“It’s a mug’s game," he said. "Maybe it’s better to get $8,000 than have nothing, but don’t pretend it’s a solution to anything. Don’t pretend this is about the child and providing them with what they need. It isn’t."

The reaction to the Liberal government's move has been significant. There are an estimated 40,000 children in Ontario with autism. Many parents have organized to protest the wait-list cuts, rallying in front of the legislature and through social media, including with the Twitter hashtag #AutismDoesntEndAt5. Inside the legislature, the opposition parties have hammered the government with questions about the autism on a daily basis for weeks. The debate became so heated last week that NDP MPP Monique Taylor got herself ejected from the legislature.

According to the government, the $8,000 is meant to be a temporary fix until a new Ontario Autism Program is rolled out in two years, and as it spends an additional $333 million over the next five years. Elman said the problem with that is that no one has been told what that new program is going to look like, or about its quality.

Families who can pay for autism treatment on their own have long paid for private therapy — but intensive therapy costs much more than $8,000.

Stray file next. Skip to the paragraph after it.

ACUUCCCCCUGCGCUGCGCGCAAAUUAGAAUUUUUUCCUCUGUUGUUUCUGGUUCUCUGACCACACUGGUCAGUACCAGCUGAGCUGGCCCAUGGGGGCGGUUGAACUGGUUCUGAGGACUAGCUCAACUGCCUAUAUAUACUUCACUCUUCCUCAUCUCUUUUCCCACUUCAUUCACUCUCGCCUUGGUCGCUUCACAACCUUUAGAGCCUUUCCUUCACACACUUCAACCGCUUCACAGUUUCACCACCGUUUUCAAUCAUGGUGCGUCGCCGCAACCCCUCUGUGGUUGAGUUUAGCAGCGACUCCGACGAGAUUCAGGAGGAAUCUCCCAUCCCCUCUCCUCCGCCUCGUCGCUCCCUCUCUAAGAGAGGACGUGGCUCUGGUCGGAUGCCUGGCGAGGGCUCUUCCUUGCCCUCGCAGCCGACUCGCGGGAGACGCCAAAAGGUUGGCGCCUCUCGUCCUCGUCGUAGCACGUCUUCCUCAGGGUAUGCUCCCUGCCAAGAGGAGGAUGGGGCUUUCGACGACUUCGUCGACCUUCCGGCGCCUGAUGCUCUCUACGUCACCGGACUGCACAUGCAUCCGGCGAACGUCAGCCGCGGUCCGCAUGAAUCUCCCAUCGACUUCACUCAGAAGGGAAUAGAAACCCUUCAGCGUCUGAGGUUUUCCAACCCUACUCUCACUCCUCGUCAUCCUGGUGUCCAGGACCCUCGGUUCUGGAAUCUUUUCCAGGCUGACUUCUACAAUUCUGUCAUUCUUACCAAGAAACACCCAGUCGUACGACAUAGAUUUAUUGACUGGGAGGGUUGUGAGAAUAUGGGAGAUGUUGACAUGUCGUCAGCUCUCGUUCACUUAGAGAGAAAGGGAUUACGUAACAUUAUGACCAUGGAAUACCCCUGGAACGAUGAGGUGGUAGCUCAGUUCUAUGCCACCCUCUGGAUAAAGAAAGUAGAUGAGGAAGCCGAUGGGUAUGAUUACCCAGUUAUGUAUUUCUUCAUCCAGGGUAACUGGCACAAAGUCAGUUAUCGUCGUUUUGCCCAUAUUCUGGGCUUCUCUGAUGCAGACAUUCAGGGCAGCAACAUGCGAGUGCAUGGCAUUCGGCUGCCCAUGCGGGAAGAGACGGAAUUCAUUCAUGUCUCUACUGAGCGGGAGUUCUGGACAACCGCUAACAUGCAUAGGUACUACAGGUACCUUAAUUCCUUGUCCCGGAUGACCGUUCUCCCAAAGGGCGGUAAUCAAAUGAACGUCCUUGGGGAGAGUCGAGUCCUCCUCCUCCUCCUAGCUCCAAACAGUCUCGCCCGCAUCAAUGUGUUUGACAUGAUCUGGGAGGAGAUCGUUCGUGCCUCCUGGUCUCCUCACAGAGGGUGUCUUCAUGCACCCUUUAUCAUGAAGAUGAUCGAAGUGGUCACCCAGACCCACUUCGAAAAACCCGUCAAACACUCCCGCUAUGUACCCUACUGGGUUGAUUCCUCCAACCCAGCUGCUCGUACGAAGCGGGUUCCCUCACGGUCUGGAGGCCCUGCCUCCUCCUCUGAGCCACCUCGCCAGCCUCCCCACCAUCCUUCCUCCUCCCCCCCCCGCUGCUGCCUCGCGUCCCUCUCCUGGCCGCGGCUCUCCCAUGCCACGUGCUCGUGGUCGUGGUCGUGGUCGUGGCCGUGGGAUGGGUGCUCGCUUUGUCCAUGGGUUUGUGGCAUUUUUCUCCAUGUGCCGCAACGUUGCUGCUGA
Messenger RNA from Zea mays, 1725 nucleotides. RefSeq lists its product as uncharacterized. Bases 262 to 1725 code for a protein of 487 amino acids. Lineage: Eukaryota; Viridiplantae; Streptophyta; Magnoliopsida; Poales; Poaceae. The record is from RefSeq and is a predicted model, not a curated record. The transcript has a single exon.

The We Have Something to Say report includes a story from a family that sold all of their assets and nearly lost their home trying to pay for autism therapy for their son in his key younger years while he was on wait list for government funding. (See image.)

“When you think about that family, think about how there are many families that have no home, and a loan, that’s not just an option,” said Elman.

The advocate said he was encouraged to hear that Children and Youth Minister Tracy MacCharles is open to suggestions on what the new Ontario Autism Program will entail, but Elman has already raised some concerns from what he's heard from the government. That includes a lack of co-ordination between ministries on the new program.

"If it really was child-focused — about getting these children what they need and these parents the help that they need — then you would be looking at the school system," Elman said. "Where is the partnership between the Ministry of Education and the ministry of child and family services to provide those children what they need? It’s non-existent. When I brought it up to the ministry they said, ‘Well, the school system is the next frontier, maybe we’ll get to it.'"